Status: Incomplete

Acme Brick Co., San Antonio, Texas.
Vandever Building Products Co., Houston, Texas.
C. H. Ruebeck Brick Co., Waco, Texas
In completing the floor of a quay wall at Balboa,
a squad of five West Indian masons laid 96,000 bricks
in ten hours.
The Alamo Iron Works of San Antonio is well
known to the architects of Texas and their Mr. Holm-
gren has always taken a personal interest in handling
business entrusted to them. His acquaintance with
the trade extends over a period of many years and
his attendance at our state conventions keeps alive
the personal good feelingwe have for him. The Editor
supposes that is the reason he neglected to send in copy for the
year book.

Wisconsin Architects to Be Registered
An architects’ registration law has been passed by the Wisconsin
Legislature providing that after Jan. 1, 1918, no person doing business
in Wisconsin shall make use of the title architect, or so represent
himself without a certificate of registration. A board of five ex-
aminers will have full power to prescribe rules and regulations for the
examination and registering of architects. Candidates will be re-
quired to submit satisfactory evidence as to their thorough knowledge
of building construction, building hygiene, architectural history and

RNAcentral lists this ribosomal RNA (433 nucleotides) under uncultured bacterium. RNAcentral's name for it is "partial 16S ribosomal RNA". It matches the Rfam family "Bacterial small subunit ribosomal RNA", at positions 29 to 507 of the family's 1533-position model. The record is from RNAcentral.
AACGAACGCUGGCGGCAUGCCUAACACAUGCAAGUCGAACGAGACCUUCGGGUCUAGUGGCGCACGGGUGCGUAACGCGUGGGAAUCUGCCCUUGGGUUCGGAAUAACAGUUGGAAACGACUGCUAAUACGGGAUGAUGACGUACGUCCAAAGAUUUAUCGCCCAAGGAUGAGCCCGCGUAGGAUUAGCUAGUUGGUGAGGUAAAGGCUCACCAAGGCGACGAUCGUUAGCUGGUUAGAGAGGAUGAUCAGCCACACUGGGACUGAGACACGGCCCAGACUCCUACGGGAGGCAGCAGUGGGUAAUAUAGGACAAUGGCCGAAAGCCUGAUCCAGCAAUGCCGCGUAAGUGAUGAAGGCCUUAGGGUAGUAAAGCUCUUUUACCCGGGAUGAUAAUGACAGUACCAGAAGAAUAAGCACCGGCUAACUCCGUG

mathematics. Five years’ experience is also required.
In lieu of examination, the board may accept a diploma of grad-
uation from a recognized architectural school supplemented by at
least three years’ experience. Examination may also be waived in
cases where an architect is registered in another state or county
having satisfactory standards. Any person already engaged in the
practice of architecture at the time of the passage of the bill may
receive a certificate without examination.

Another one of our contributors, who failed to get in copy for
the Year Book, is the Pittsburg Plate Glass Co. However, as they
state that they will have several representatives in attendance at the
convention, we will probably know all there is to know about them
and their products, particularly as they intend to have an extensive
exhibit. Of course we all know in a general way what they sell and
who they are, but as Mr. Jackson has promised to attend the con-
vention in person, he will no doubt explain in detail anything we
might want to know.
Anything that is standing still is getting ready to move backward.
One valuable forest tree at least is with-
standing the inroads of axe and fire. This
is the white birch, sometimes called the paper
birch or canoe birch, since it furnished the
Indians the material for their famous canoes.
The opinion has been ventured by the
Forest Service that more white birch is now
growing in the United States than was the
case two hundred years ago. It spreads rap-
idly over spaces left bare by forest fires, but
it is a short lived tree and does not prosper
where it has to compete with other trees for
light and soil. No other wood as hard as
birch can be worked with so little dulling of


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